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In fact, without adhering to stringent processes, audits and policies, we would not be able to fulfil our obligations. Find out more and see how we also help keep your business legal and compliant.
E-waste Volumes Are Expected to Rise by 21% to 50 million tonnes in 2018.
According to this year’s Global E-Waste Monitor report, we managed to generate nearly 42 million tonnes of waste electrical and electronic equipment, otherwise known as WEEE, across the globe in 2014. The report that was published by the United Nations University, the academic research arm of the UN, also predicts that the amount of WEEE we produce is going to increase by more than 20% to reach 50 million tonnes by 2018.
However, it is not just the sheer amount of this waste electrical and electronic equipment that is shocking, the amount of money it is worth is as equally outstanding! The Global E-Waste Monitor report estimates that the gold, copper and plastic components of the waste from 2014 would be worth a staggering £34 billion.
It’s not just computer related waste that comprises these totals, you might be surprised to know. In fact, a large amount of the waste that was discarded from domestic environments included kitchen, laundry and bathroom equipment. Microwaves, washing machine and dishwashers were the most common domestic appliances in the waste.
Surprisingly, mobile phones, calculators, computers and laptops, printers and other smaller pieces of technology made up less than 10% of WEEE in 2014.
The United Kingdom seems to be one of the worst culprits at throwing away electronic and electrical equipment; the country appeared in the top five of the list of ‘per-capita’ producers of waste electrical and electronic equipment. Also in the top five were, Norway, Switzerland, Iceland and Denmark.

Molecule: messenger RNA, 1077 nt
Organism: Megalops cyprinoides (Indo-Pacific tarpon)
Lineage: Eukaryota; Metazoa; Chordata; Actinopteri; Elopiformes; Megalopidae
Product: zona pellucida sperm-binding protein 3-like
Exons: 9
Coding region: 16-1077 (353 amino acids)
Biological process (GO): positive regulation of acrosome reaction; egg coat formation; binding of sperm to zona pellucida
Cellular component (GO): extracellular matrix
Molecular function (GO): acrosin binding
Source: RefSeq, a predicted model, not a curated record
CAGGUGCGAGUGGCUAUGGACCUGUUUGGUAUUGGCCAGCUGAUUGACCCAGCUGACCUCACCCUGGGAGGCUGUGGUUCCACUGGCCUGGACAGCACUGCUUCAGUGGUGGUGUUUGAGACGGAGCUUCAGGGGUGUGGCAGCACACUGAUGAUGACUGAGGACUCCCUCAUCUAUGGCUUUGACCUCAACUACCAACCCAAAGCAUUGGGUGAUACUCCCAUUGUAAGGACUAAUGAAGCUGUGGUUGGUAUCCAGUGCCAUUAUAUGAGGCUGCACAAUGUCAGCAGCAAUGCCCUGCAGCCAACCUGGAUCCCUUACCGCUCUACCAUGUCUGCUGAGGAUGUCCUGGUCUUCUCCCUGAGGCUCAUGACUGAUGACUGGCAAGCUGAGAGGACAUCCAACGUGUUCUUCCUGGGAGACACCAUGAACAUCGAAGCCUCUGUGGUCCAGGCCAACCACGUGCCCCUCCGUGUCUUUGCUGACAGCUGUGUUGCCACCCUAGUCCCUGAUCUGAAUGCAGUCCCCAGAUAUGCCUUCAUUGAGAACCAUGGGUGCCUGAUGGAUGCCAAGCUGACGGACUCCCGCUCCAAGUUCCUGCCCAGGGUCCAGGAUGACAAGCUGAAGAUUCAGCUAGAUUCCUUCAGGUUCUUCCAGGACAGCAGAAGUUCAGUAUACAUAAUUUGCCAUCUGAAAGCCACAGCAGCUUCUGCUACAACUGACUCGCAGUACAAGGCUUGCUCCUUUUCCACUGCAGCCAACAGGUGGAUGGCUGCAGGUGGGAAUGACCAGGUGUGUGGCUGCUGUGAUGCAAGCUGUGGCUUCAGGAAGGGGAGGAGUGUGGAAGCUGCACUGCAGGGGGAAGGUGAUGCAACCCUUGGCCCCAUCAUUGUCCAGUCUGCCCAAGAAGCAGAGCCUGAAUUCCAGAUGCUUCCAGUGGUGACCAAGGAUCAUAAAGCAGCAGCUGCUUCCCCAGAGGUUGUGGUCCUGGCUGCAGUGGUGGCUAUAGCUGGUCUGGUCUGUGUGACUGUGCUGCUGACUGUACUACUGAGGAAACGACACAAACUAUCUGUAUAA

The report calculated that on average, in the UK, each inhabitant processed around 23.5kg of this waste last year; this amounted to a total of 1.5 million tonnes in the whole country. However, it is China and the US who were the worst offenders of all; they produced 32% of the whole world’s WEEE in 2014 when their totals were combined.
With figures like that, it is not difficult to believe that the UN describes this waste as ‘an escalating global e-waste problem’. They believe that it is being caused by the ever shortening life cycles of modern electrical equipment, which is being bought more and more regularly.
Whilst this ever increasing amount of waste ‘constitutes a valuable urban mine’, to quote David Malone, Rector of UNU, ‘the hazardous content of e-waste constitutes a ‘toxic mine’ that must be managed with care.’
The monitor was intended as a means of guiding policymakers in each country, as well as for producers, and recycling industries across the world. It could also be used to help to control illegal trade and support technology manufacturers. In fact, if it teaches manufacturers one thing it should be that the shelf life of equipment should be made as long as possible, for the sake of the environment.
Malone hopes that the Global E-Waste Monitor report will also ‘eventually lead to improved resource efficiency while reducing the environmental and health impacts of e-waste.’